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Blink Again!, Above the Stag2Scott Matthewman2011-07-27 12:42:00On the publicity material for the third in Above the Stag’s now-annual revue of songs from shows that flopped, The Stage is quoted as describing it as…

Cleveland Street – the Musical, Above the Stag

I tend to want to be as generous as I can to any new musical that actually reaches the stage – so many, too many, never reach that stage. Once the house lights come down and the production has started, though, the quality of the book and the songs are what matters.

Here, Glenn Chandler, author of plays Boys of the Empire and Scouts in Bondage as well as the creator of ITV crime drama Taggart, has taken the real-life tale of a Victorian male brothel and the scandal of its high society clients and, with music by Matt Deveraux, has concocted a tale that’s redolent with period touches but has a tendency to subsume an interesting story under layers of exposition.

Continue reading Cleveland Street – the Musical, Above the Stag

My Beautiful Laundrette, Above the Stag Theatre

When adapting films for the stage, it helps to start with the right source material. Haneif Kureishi’s story of My Beautiful Laundrette, directed in 1985 by Stephen Frears in a version that made stars of Daniel Day-Lewis and the fledgling FilmFour, is the sort of intimate character piece that could very well have been adapted from a play in the first place.

The story centres around Omar, a young man who is struggling to free himself from the yoke of caring for his alcoholic, infirm father, and so who joins his uncle’s business. As a test, his uncle gives him a rundown, loss-making laundrette to run, and with the help of his old school friend Johnny and the cash generated by stealing, and selling, some drugs from an unpleasant work colleague, the enterprise becomes a success.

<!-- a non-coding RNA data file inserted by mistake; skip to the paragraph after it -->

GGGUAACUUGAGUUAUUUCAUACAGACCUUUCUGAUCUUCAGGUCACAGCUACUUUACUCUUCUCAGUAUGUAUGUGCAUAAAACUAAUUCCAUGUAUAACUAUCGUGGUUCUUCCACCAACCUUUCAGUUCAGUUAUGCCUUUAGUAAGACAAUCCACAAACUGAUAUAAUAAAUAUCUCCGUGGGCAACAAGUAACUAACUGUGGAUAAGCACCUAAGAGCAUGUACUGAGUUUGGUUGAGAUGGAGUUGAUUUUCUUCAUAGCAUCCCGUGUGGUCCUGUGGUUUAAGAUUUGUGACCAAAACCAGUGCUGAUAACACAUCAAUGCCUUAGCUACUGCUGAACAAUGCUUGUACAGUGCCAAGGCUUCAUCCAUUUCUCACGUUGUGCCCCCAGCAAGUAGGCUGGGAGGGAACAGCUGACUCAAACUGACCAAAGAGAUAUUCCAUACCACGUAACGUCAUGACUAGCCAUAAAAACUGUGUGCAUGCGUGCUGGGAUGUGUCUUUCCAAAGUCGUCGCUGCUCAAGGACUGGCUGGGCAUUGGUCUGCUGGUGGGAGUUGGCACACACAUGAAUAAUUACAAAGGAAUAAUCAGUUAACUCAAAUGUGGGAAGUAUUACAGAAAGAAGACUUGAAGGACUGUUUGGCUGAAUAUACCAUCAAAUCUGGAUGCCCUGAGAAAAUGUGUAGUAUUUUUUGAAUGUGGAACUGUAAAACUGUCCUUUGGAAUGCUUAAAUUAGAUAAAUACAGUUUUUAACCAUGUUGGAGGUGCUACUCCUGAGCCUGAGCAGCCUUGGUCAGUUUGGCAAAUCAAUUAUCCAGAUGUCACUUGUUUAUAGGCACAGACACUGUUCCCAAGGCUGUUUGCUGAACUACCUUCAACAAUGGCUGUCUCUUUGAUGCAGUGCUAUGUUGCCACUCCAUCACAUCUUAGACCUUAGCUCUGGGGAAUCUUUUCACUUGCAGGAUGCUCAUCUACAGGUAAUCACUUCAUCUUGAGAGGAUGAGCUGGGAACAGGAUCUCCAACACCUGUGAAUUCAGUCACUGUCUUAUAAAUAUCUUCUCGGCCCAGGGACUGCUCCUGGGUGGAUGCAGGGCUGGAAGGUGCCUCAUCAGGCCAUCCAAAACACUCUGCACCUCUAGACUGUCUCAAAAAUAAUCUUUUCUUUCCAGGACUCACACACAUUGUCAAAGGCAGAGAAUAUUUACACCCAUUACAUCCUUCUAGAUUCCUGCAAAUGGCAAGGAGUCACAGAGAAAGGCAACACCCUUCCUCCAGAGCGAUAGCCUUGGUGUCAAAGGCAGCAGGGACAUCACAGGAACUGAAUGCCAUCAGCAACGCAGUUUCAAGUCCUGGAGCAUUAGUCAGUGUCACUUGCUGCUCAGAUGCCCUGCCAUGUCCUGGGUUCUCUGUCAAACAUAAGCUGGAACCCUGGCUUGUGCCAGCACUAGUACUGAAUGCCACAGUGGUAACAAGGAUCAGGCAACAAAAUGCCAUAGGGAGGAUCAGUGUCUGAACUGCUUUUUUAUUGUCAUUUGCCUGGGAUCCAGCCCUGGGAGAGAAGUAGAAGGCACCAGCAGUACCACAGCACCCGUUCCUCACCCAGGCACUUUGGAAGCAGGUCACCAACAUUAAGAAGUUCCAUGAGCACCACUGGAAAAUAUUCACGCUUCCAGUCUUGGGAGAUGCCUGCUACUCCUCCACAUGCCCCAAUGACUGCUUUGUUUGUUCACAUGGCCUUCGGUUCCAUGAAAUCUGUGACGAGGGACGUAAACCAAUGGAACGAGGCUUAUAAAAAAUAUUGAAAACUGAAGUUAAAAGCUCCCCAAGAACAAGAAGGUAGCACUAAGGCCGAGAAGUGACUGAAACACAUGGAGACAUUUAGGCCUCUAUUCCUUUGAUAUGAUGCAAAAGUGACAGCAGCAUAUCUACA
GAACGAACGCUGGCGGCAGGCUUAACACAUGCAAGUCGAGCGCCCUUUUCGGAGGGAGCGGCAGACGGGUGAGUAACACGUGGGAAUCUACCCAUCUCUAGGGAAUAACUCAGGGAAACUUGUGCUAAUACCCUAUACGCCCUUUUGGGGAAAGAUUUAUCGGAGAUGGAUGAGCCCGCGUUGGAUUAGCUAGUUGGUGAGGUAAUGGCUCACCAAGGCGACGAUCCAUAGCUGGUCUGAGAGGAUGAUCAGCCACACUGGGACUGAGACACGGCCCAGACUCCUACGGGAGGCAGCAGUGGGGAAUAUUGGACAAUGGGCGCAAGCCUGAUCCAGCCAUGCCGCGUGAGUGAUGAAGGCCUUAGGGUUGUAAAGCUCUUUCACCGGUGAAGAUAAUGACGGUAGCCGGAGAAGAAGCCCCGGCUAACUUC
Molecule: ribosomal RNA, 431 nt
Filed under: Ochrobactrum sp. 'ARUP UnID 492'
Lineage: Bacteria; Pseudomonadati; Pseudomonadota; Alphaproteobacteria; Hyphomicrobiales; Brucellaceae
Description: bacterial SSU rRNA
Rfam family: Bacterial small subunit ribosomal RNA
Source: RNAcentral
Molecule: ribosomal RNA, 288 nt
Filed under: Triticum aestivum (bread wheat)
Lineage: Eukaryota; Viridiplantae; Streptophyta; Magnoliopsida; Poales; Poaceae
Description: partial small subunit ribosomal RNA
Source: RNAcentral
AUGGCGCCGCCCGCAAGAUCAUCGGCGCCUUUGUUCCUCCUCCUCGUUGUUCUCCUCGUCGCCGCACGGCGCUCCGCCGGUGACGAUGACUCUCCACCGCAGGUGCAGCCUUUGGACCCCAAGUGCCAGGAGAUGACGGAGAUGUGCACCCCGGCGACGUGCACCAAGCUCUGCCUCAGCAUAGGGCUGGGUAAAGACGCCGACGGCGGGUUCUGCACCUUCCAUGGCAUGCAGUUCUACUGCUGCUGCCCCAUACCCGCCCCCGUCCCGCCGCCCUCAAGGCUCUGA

Continue reading My Beautiful Laundrette, Above the Stag Theatre

Blink Twice, Above the Stag

In 2009, Above the Stag filled the usual torpidity of the summer fringe with Blink!, a collection of songs from musicals that flopped.

Unlike the shows it used as source material, it was a hit. It was not without faults, though: the spoken links that provided context weren’t executed well enough to adequately stand alongside the sung material. Also, there was something of an over-reliance on numbers from shows that, while possibly counting as flops on paper on their original run, have gone on to not insubstantial success (e.g., Chicago).

This year’s sequel has the confidence not to play it safe in such a manner, although it does include one number from a show that is currently running in the West End — the title song from Love Never Dies, albeit in its original form as Our Kind of Love from the Lloyd Webber/Elton mess of The Beautiful Game.

In a brave move for a show which is attempting to repeat its predecessor’s success, there is a continuing theme of demonstrating how composers repeatedly mine the same ideas. Jerry Herman, showcased last year for his drag comedy La Cage aux Folles, provides similar numbers from his revue flop, Jerry’s Girls. Adam Lilley’s scene stealing entrance in the second act’s opening numbers provides one of many comedy highlights, and ironically also gives him a vocal which is much better suited to his voice than many other songs which sit uncomfortably at the upper end of his range.

Ironic use of over-earnest choreography is used frequently to comically undermine songs which don’t deserve to be taken seriously, or to provide additional comedy to numbers which are nowhere near as funny as the writers clearly wanted them to be. The trio of Anna Gilthorpe, Ashleigh Jones and Emma Lumsden performing Glitterboots from Saucy Jack and the Space Vixens manages to transform an intrinsically silly number into something that lampoons the over-earnest choreography that has scuppered many a West End show.

Perhaps the strongest vocals belong to Reed Sinclair, whose renditions of Dear World (another Herman flop) and, in duet, First Lady of the Night from Bad Girls add to an impressive roster of numbers from all concerned.